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As I understand, a set of effects $\mathcal{E}\subset\mathcal{E}(\mathcal{H})$ are called informational complete if given $\sigma \in \mathcal{T}\mathcal(H)$, $\operatorname{tr}[\sigma E]=0$ for all $E\in\mathcal{E}$, then $\sigma=0$.

This is also equivalent to: if $\operatorname{tr}[\sigma_1 E]=\operatorname{tr}[\sigma_2 E]$ for all $E\in\mathcal{E}$ then $\sigma_1=\sigma_2$.

However, if we are performing state tomography, then our state is not a general operator in the trace class. Rather, it has trace one.

In other words, now $\rho\in\mathcal{S}(\mathcal{H})\subset \mathcal{T}(\mathcal{H})$, where $\mathcal{S}(\mathcal{H}):=\{\rho\in \mathcal{T}(\mathcal{H})\,|\,\rho\ge 0,\,\operatorname{tr}[\rho]=1\}$.

Therefore, for the definition of tomographical completeness, can we replace $\mathcal{T}(\mathcal{H})$ with $\mathcal{S}(\mathcal{H})$ in the definition of informational completeness?

In other words, can we now define tomographical completeness as: given $\rho_1, \rho_2 \in \mathcal{S}(\mathcal{H})$ if $\operatorname{tr}[\rho_1 E]=\operatorname{tr}[\rho_2 E]$ for all $E\in\mathcal{E}$ then $\rho_1=\rho_2$?

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Yes it's the same thing. If a set of effects $\{E_i\}_i$ linearly spans the set of all density matrices (i.e. the unit-trace positive semidefinite operators) then it also spans all operators. Trivially because any operator can be written as a linear combination of density matrices.

In practice, the terms "tomographically complete" and "informationally complete" are typically used as synonyms in the literature.

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  • $\begingroup$ Do you mean that whether it is $\sigma \in \mathcal{T}(H)$ or $\sigma \in \mathcal{S}(\mathcal{H})$ does not make any difference? My gut feeling is that it does make a difference as $\sigma \in \mathcal{S}(\mathcal{H})$ has $d^2 - 1$ degrees of freedom while $\sigma \in \mathcal{T}(\mathcal{H})$ has $d^2$ degrees of freedom, where $d$ is the dimension of the Hilbert space. Hence, tomographical completeness differs from informational completeness in that it requires one less effect. $\endgroup$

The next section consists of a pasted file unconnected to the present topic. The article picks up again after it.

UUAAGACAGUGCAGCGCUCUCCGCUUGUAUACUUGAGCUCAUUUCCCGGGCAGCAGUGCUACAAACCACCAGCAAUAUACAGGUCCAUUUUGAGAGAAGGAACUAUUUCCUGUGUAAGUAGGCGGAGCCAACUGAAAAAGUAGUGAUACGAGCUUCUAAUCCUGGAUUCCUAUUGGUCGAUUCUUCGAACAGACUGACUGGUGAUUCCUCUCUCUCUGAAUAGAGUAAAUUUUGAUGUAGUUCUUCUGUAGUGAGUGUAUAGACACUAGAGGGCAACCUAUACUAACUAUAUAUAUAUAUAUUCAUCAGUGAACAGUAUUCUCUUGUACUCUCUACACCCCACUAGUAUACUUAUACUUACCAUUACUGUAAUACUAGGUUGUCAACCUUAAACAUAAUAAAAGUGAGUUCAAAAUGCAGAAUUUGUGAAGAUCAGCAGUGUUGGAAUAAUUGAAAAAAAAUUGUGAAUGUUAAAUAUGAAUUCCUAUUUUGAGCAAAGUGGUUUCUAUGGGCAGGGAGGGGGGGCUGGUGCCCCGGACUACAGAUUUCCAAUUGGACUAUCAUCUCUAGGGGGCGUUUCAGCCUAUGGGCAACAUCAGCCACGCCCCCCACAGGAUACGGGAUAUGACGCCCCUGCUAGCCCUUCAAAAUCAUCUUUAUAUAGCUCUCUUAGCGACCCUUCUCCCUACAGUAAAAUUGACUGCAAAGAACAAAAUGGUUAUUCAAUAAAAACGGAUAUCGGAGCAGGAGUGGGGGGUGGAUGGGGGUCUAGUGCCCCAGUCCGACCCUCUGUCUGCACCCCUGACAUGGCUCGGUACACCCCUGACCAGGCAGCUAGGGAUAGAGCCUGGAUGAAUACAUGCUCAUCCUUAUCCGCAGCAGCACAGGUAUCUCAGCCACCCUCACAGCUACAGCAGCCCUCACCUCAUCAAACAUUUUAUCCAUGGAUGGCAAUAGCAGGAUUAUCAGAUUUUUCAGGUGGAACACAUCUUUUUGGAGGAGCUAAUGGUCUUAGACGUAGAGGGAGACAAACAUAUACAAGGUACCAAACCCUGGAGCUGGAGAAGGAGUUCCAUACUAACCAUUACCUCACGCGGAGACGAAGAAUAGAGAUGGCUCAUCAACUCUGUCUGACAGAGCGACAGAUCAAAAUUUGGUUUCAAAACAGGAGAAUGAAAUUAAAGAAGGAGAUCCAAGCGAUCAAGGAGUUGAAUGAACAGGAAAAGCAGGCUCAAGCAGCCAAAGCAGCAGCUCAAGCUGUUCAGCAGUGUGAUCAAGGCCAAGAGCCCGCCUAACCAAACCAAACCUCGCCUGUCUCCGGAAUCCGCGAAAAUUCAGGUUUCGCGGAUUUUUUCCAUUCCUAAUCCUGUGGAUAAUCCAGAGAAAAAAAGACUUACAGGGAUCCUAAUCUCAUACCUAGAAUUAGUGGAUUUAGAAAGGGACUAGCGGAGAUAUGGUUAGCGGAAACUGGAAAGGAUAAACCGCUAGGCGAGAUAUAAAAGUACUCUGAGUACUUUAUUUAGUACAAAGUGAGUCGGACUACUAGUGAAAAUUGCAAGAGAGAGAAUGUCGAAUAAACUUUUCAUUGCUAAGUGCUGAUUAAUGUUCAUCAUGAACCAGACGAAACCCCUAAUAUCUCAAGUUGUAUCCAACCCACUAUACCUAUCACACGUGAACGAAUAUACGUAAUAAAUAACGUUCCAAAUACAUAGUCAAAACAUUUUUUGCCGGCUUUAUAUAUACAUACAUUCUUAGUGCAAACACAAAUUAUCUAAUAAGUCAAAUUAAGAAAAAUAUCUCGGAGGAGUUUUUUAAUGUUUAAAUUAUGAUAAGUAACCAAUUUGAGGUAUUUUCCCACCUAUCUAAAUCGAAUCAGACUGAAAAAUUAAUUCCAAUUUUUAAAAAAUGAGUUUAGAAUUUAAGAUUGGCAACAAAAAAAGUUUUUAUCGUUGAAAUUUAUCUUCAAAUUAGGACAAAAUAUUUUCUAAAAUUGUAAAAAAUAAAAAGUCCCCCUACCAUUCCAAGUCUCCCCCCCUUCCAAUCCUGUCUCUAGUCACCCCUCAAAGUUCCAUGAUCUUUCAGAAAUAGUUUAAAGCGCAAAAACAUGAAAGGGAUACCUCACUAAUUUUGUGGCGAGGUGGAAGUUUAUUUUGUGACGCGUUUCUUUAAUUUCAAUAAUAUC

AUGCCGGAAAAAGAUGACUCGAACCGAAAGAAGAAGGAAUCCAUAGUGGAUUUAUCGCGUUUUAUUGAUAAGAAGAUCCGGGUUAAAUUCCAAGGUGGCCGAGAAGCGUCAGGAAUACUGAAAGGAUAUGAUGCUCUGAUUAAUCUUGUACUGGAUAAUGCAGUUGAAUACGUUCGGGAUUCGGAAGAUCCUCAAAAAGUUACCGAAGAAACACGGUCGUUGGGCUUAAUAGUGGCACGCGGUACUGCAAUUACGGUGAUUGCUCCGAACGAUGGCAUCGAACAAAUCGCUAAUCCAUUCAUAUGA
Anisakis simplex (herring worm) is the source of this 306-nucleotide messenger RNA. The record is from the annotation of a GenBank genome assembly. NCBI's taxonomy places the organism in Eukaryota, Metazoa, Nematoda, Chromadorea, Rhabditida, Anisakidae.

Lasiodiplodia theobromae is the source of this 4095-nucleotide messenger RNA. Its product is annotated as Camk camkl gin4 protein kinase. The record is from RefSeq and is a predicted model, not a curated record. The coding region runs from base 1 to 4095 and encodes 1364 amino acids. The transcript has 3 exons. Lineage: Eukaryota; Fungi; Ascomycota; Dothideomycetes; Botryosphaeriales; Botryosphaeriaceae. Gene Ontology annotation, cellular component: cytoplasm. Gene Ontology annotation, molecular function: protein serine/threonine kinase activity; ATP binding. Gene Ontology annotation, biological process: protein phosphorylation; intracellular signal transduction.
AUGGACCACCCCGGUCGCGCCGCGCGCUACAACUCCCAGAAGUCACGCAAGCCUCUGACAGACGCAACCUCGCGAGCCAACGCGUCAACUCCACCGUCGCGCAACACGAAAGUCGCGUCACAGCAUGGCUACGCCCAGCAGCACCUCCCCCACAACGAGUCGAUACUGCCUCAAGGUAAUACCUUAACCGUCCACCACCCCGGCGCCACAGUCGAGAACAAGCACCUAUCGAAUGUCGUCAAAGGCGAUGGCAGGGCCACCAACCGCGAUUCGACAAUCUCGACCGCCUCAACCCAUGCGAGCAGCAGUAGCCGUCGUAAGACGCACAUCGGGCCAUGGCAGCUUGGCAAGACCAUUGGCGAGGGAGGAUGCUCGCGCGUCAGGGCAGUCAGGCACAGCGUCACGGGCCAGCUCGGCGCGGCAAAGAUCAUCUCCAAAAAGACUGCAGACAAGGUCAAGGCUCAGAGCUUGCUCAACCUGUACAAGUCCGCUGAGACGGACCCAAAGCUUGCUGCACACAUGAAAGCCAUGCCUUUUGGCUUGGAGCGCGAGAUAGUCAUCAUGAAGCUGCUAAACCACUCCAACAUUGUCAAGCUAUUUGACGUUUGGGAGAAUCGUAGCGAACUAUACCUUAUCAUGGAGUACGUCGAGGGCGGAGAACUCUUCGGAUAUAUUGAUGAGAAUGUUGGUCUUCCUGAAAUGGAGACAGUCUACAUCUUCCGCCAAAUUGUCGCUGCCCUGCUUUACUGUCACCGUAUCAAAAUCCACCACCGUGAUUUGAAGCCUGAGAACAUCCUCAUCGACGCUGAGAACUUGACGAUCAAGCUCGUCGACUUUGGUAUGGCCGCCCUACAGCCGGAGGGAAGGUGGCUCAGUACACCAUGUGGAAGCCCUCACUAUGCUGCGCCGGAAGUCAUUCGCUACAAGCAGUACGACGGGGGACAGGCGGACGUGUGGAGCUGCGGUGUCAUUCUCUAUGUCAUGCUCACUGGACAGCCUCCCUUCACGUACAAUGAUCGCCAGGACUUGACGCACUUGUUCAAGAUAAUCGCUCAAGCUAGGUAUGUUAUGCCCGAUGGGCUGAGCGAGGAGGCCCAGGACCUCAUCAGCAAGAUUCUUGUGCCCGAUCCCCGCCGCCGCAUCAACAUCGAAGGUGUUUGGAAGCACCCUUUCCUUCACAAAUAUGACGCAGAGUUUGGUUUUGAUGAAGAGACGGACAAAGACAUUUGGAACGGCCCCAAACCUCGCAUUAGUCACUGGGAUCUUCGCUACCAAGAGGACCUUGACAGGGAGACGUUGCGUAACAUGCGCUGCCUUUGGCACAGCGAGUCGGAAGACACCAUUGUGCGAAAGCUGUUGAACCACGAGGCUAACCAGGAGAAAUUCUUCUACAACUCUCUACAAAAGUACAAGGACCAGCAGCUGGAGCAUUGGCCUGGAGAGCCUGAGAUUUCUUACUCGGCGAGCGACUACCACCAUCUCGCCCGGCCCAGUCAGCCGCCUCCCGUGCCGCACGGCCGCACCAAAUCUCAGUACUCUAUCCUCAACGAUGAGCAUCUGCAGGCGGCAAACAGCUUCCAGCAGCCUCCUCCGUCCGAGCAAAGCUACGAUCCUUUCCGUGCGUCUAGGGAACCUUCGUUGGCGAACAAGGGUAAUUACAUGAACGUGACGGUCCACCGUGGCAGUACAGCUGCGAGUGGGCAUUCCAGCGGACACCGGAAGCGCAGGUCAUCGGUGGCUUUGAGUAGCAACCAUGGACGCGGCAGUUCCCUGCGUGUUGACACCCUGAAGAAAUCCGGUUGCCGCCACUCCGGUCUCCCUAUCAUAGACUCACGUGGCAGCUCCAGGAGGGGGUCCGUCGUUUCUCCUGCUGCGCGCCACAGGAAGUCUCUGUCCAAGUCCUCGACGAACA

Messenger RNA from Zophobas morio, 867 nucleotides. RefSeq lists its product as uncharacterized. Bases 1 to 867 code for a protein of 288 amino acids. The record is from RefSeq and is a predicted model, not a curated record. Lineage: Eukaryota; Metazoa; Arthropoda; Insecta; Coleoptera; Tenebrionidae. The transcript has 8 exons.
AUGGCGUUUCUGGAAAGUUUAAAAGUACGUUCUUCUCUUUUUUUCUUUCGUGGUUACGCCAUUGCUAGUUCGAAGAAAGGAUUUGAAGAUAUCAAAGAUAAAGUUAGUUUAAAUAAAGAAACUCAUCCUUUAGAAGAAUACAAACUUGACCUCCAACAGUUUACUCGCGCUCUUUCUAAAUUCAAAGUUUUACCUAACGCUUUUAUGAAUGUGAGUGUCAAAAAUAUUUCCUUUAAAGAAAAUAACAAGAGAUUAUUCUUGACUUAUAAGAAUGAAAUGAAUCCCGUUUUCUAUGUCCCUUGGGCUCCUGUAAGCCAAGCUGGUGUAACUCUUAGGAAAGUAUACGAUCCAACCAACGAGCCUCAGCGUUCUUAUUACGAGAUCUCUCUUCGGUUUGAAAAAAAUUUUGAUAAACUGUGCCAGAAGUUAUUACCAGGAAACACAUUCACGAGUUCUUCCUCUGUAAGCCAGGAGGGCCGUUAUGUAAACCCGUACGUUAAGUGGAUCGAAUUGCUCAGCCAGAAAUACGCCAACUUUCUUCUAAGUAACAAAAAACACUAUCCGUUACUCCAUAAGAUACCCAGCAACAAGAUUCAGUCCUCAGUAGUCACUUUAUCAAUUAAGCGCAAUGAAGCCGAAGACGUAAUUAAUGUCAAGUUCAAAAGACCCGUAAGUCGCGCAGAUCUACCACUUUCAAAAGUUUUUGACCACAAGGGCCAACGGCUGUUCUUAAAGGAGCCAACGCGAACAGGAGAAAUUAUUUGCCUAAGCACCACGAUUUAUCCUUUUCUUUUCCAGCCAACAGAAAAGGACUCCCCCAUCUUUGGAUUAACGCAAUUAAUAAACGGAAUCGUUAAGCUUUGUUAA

– Godfly666
    Commented Apr 22 at 11:20
  • $\begingroup$ I mean that (at least in finite dimensions) a set of effects spans all density matrices iff it spans all operators. Think of a qubit: you can't span all qubit states without spanning $I,X,Y,Z$, and thus all Hermitian operators. Formally, any operator decomposes uniquely in terms of 2 Hermitians, any Hermitian decomposes as $H=P-Q$ with $P,Q\ge0$, and any PSD is a scalar multiple of a density matrix. Thus any linear operator is a linear combination of density matrices $\endgroup$
    – glS
    Commented Apr 22 at 12:15
  • $\begingroup$ A qubit has the density operator $\rho = \frac{I + xX + yY + zZ}{2}$ and hence has only three degrees of freedom. So, aren't the effects $\{\Pi_1, \Pi_2, \Pi_3\} = \{\frac{I+X}{2}, \frac{I+Y}{2}, \frac{I+Z}{2}\}$ tomographically complete? Solving the equations $\operatorname{tr}[\rho \Pi_k] = p_k, \quad k=1,2,3$ can uniquely determine the qubit $\rho$. However, informational completeness requires four effects. $\endgroup$
    – Godfly666
    Commented Apr 23 at 9:45
  • $\begingroup$ @Godfly666 that's true, though that set of effects wouldn't represent a physical measurement due to the lack of normalisation: you don't have $\sum_i \Pi_i=I$. I guess the proper way to state this is then that there is no difference between informational and tomographic completeness as you defined them, for any set of effects that forms a POVM. But if you're just going for the mathematical abstraction, sure, you can have a set of effects which span a basis of traceless Hermitians for the space, but not the identity $\endgroup$
    – glS
    Commented Apr 24 at 7:25
  • $\begingroup$ In a typical physical experiment, we don't perform a single-setting measurement where there is a single POVM. Instead, we use multiple measurement settings, each of which is a POVM. For example, to measure a qubit, we usually don't use the SIC-POVM with four elements. Instead, we use three measurement settings $\{\frac{1\pm X}{2}\}$, $\{\frac{1\pm Y}{2}\}$, $\{\frac{1\pm Z}{2}\}$. That's where my doubt comes from. $\endgroup$
    – Godfly666
    Commented Apr 24 at 8:38

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